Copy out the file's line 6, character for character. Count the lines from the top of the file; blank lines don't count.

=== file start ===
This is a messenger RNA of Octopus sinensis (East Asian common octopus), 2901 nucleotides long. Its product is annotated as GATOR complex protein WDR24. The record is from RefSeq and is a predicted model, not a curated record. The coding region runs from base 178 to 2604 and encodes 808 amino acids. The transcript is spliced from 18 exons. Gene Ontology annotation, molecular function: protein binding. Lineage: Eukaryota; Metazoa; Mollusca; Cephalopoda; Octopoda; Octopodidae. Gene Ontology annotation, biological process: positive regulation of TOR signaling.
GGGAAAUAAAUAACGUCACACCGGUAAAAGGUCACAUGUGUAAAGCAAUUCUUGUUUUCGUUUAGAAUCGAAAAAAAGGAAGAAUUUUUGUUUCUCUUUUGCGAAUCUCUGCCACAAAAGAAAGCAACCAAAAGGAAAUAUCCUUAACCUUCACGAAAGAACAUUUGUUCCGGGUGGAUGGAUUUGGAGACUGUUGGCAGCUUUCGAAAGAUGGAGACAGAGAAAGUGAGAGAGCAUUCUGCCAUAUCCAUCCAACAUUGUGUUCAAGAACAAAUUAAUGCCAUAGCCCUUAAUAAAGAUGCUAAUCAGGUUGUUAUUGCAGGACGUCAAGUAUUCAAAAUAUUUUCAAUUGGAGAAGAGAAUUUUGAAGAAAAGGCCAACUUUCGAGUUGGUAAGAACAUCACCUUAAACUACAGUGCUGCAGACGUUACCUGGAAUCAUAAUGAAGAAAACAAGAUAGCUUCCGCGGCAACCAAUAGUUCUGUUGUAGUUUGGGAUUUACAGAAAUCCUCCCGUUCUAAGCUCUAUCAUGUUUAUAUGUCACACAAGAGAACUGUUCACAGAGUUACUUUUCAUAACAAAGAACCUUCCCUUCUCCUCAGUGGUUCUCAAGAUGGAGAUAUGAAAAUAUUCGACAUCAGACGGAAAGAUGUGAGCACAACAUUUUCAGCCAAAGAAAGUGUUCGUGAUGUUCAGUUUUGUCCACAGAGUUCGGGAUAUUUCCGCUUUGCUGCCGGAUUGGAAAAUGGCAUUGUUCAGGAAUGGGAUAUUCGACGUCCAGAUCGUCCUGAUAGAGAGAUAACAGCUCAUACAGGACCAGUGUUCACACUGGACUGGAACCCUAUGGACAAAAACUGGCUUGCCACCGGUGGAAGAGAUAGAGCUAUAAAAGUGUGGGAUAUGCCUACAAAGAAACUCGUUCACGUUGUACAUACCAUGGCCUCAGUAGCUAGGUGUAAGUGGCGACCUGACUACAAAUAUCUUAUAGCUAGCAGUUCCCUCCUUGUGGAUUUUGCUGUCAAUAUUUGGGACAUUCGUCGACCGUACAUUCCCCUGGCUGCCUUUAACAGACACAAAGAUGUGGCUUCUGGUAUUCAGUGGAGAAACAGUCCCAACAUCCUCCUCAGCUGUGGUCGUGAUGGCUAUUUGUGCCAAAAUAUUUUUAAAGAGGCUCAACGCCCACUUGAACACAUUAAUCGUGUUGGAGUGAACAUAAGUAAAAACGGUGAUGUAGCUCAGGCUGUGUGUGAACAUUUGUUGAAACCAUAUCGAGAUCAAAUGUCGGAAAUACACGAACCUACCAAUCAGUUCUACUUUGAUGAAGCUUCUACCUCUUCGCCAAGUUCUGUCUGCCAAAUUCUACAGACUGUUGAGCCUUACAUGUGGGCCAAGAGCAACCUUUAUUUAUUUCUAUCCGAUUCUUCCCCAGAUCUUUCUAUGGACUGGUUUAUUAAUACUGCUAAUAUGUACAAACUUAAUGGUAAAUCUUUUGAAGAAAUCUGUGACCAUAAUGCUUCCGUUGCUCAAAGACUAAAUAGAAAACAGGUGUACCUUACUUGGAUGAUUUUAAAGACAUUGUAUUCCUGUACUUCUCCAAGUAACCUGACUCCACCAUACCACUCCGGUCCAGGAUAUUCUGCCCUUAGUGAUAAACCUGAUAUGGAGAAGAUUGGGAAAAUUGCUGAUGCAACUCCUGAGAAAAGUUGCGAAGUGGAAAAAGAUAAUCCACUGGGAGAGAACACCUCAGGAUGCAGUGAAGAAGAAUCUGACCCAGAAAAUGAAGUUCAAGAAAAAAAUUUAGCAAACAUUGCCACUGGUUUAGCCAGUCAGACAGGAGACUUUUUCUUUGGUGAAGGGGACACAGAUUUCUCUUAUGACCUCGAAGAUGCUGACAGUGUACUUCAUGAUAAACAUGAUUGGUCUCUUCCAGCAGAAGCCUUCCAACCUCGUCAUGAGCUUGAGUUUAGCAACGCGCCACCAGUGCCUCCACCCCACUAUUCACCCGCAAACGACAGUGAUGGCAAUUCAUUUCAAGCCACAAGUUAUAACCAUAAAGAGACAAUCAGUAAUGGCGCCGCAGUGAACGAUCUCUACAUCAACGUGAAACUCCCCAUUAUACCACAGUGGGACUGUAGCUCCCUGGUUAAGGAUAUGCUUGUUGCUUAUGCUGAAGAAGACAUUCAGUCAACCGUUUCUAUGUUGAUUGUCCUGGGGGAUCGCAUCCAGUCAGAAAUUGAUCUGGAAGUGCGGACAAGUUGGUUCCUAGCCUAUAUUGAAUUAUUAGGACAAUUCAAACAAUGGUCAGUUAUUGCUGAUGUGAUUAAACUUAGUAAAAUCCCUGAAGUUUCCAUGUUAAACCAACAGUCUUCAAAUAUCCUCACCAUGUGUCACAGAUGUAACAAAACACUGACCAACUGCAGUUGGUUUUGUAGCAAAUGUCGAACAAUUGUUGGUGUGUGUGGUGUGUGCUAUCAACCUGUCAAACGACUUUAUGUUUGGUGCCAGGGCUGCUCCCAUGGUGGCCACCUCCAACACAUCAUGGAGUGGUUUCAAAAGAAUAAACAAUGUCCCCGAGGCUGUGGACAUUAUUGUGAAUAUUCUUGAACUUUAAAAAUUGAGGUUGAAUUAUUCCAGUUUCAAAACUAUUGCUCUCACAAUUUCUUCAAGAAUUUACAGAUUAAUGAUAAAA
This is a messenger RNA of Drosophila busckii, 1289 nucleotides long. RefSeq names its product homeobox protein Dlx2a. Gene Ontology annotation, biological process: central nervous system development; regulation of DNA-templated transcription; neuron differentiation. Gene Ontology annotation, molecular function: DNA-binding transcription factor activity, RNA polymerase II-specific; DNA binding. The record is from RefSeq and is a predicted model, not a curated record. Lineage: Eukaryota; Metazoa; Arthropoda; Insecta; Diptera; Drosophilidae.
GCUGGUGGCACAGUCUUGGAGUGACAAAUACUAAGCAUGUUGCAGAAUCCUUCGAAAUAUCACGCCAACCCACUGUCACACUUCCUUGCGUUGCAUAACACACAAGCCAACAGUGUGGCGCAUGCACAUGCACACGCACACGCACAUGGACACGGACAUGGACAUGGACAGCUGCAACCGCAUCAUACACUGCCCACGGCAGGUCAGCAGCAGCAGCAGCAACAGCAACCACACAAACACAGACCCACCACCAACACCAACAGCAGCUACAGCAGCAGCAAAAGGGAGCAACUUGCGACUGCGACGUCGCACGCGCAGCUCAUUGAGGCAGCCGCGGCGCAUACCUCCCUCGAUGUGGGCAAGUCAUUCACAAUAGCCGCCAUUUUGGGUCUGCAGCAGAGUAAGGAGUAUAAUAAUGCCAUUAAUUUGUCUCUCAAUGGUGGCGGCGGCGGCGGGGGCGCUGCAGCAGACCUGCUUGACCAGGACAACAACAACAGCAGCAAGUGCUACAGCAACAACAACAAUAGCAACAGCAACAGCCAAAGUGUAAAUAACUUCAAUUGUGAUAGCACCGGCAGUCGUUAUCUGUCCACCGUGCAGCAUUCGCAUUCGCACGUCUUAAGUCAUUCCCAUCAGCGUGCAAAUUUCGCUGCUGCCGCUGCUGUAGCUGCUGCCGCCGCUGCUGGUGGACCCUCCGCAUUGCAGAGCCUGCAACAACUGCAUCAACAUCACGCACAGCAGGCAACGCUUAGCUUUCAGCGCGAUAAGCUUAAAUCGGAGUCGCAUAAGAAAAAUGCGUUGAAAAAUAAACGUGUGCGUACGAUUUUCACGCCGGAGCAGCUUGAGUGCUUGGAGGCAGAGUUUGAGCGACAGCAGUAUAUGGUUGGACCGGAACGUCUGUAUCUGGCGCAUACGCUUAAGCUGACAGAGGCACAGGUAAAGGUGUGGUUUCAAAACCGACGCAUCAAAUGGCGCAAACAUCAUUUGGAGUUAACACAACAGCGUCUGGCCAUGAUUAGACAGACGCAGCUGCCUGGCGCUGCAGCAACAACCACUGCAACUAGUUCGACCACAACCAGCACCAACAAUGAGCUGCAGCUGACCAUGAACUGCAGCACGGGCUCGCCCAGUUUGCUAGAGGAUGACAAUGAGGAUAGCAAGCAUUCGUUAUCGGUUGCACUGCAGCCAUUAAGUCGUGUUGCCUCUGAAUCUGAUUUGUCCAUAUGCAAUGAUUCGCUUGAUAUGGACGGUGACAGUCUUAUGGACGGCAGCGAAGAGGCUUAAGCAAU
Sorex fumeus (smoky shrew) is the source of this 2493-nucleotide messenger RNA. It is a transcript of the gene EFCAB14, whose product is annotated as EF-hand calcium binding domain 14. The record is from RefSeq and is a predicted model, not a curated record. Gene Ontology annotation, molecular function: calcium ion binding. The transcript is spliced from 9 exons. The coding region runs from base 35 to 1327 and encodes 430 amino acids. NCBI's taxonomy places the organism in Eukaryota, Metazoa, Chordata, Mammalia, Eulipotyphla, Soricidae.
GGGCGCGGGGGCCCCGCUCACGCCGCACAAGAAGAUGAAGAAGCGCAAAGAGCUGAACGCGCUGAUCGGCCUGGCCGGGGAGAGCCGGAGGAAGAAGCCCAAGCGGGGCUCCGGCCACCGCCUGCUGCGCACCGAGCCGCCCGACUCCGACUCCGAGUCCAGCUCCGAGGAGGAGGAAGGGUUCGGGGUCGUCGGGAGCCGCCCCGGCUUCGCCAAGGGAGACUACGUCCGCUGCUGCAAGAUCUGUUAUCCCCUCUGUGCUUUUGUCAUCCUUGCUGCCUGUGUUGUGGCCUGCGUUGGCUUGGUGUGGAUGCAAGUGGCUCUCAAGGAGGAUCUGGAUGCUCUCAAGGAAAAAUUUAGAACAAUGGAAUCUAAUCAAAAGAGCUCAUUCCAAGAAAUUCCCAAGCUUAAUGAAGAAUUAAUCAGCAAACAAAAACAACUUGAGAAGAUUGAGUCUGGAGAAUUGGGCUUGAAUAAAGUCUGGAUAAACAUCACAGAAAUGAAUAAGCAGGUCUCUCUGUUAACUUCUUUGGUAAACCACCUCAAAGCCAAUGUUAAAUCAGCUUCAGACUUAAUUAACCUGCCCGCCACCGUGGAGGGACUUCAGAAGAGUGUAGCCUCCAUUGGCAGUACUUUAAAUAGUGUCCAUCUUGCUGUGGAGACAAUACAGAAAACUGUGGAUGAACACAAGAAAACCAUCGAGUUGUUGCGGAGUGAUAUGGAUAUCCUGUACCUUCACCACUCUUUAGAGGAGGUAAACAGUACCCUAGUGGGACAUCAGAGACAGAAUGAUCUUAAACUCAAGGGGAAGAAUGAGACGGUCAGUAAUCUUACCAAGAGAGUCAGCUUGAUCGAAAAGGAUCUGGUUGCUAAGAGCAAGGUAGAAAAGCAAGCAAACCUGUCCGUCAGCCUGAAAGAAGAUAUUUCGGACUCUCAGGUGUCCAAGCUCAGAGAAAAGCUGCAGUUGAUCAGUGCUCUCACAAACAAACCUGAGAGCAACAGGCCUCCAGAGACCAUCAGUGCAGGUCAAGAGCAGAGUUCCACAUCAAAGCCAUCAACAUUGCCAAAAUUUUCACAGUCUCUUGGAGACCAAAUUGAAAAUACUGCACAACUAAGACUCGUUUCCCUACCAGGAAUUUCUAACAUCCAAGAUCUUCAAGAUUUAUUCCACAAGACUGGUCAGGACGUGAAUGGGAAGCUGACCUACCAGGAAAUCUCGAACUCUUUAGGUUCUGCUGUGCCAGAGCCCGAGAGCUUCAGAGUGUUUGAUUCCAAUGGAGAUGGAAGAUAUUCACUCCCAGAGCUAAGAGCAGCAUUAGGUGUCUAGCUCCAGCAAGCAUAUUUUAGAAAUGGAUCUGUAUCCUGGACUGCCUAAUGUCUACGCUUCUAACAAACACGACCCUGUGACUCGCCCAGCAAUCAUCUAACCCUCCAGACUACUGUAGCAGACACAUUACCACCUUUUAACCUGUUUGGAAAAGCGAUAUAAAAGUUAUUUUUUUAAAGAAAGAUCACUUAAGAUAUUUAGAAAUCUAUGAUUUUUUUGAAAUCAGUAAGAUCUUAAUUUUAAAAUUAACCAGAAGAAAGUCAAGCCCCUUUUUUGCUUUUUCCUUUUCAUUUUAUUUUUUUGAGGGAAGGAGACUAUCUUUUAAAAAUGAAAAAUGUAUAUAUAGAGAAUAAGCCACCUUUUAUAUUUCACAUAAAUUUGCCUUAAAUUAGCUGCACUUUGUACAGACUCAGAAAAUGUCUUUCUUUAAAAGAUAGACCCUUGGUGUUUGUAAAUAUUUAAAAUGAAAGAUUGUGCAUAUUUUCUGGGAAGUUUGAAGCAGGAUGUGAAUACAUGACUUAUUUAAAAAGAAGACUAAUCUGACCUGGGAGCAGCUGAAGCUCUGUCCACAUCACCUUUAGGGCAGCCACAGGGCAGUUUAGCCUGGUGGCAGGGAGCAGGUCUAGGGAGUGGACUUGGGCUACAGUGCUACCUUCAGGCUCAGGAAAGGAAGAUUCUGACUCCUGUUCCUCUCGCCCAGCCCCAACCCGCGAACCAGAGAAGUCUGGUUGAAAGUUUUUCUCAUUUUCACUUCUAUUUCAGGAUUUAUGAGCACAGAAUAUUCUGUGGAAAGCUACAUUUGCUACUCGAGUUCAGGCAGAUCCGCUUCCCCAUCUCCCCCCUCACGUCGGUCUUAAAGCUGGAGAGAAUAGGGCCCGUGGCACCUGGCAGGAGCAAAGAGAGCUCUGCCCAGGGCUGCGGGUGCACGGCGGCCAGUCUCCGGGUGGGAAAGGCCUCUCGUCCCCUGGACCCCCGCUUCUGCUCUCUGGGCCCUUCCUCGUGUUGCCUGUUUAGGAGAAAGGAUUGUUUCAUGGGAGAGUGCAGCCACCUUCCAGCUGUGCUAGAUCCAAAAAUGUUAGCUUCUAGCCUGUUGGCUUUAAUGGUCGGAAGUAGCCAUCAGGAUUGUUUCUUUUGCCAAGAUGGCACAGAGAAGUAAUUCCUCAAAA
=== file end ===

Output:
GGGCGCGGGGGCCCCGCUCACGCCGCACAAGAAGAUGAAGAAGCGCAAAGAGCUGAACGCGCUGAUCGGCCUGGCCGGGGAGAGCCGGAGGAAGAAGCCCAAGCGGGGCUCCGGCCACCGCCUGCUGCGCACCGAGCCGCCCGACUCCGACUCCGAGUCCAGCUCCGAGGAGGAGGAAGGGUUCGGGGUCGUCGGGAGCCGCCCCGGCUUCGCCAAGGGAGACUACGUCCGCUGCUGCAAGAUCUGUUAUCCCCUCUGUGCUUUUGUCAUCCUUGCUGCCUGUGUUGUGGCCUGCGUUGGCUUGGUGUGGAUGCAAGUGGCUCUCAAGGAGGAUCUGGAUGCUCUCAAGGAAAAAUUUAGAACAAUGGAAUCUAAUCAAAAGAGCUCAUUCCAAGAAAUUCCCAAGCUUAAUGAAGAAUUAAUCAGCAAACAAAAACAACUUGAGAAGAUUGAGUCUGGAGAAUUGGGCUUGAAUAAAGUCUGGAUAAACAUCACAGAAAUGAAUAAGCAGGUCUCUCUGUUAACUUCUUUGGUAAACCACCUCAAAGCCAAUGUUAAAUCAGCUUCAGACUUAAUUAACCUGCCCGCCACCGUGGAGGGACUUCAGAAGAGUGUAGCCUCCAUUGGCAGUACUUUAAAUAGUGUCCAUCUUGCUGUGGAGACAAUACAGAAAACUGUGGAUGAACACAAGAAAACCAUCGAGUUGUUGCGGAGUGAUAUGGAUAUCCUGUACCUUCACCACUCUUUAGAGGAGGUAAACAGUACCCUAGUGGGACAUCAGAGACAGAAUGAUCUUAAACUCAAGGGGAAGAAUGAGACGGUCAGUAAUCUUACCAAGAGAGUCAGCUUGAUCGAAAAGGAUCUGGUUGCUAAGAGCAAGGUAGAAAAGCAAGCAAACCUGUCCGUCAGCCUGAAAGAAGAUAUUUCGGACUCUCAGGUGUCCAAGCUCAGAGAAAAGCUGCAGUUGAUCAGUGCUCUCACAAACAAACCUGAGAGCAACAGGCCUCCAGAGACCAUCAGUGCAGGUCAAGAGCAGAGUUCCACAUCAAAGCCAUCAACAUUGCCAAAAUUUUCACAGUCUCUUGGAGACCAAAUUGAAAAUACUGCACAACUAAGACUCGUUUCCCUACCAGGAAUUUCUAACAUCCAAGAUCUUCAAGAUUUAUUCCACAAGACUGGUCAGGACGUGAAUGGGAAGCUGACCUACCAGGAAAUCUCGAACUCUUUAGGUUCUGCUGUGCCAGAGCCCGAGAGCUUCAGAGUGUUUGAUUCCAAUGGAGAUGGAAGAUAUUCACUCCCAGAGCUAAGAGCAGCAUUAGGUGUCUAGCUCCAGCAAGCAUAUUUUAGAAAUGGAUCUGUAUCCUGGACUGCCUAAUGUCUACGCUUCUAACAAACACGACCCUGUGACUCGCCCAGCAAUCAUCUAACCCUCCAGACUACUGUAGCAGACACAUUACCACCUUUUAACCUGUUUGGAAAAGCGAUAUAAAAGUUAUUUUUUUAAAGAAAGAUCACUUAAGAUAUUUAGAAAUCUAUGAUUUUUUUGAAAUCAGUAAGAUCUUAAUUUUAAAAUUAACCAGAAGAAAGUCAAGCCCCUUUUUUGCUUUUUCCUUUUCAUUUUAUUUUUUUGAGGGAAGGAGACUAUCUUUUAAAAAUGAAAAAUGUAUAUAUAGAGAAUAAGCCACCUUUUAUAUUUCACAUAAAUUUGCCUUAAAUUAGCUGCACUUUGUACAGACUCAGAAAAUGUCUUUCUUUAAAAGAUAGACCCUUGGUGUUUGUAAAUAUUUAAAAUGAAAGAUUGUGCAUAUUUUCUGGGAAGUUUGAAGCAGGAUGUGAAUACAUGACUUAUUUAAAAAGAAGACUAAUCUGACCUGGGAGCAGCUGAAGCUCUGUCCACAUCACCUUUAGGGCAGCCACAGGGCAGUUUAGCCUGGUGGCAGGGAGCAGGUCUAGGGAGUGGACUUGGGCUACAGUGCUACCUUCAGGCUCAGGAAAGGAAGAUUCUGACUCCUGUUCCUCUCGCCCAGCCCCAACCCGCGAACCAGAGAAGUCUGGUUGAAAGUUUUUCUCAUUUUCACUUCUAUUUCAGGAUUUAUGAGCACAGAAUAUUCUGUGGAAAGCUACAUUUGCUACUCGAGUUCAGGCAGAUCCGCUUCCCCAUCUCCCCCCUCACGUCGGUCUUAAAGCUGGAGAGAAUAGGGCCCGUGGCACCUGGCAGGAGCAAAGAGAGCUCUGCCCAGGGCUGCGGGUGCACGGCGGCCAGUCUCCGGGUGGGAAAGGCCUCUCGUCCCCUGGACCCCCGCUUCUGCUCUCUGGGCCCUUCCUCGUGUUGCCUGUUUAGGAGAAAGGAUUGUUUCAUGGGAGAGUGCAGCCACCUUCCAGCUGUGCUAGAUCCAAAAAUGUUAGCUUCUAGCCUGUUGGCUUUAAUGGUCGGAAGUAGCCAUCAGGAUUGUUUCUUUUGCCAAGAUGGCACAGAGAAGUAAUUCCUCAAAA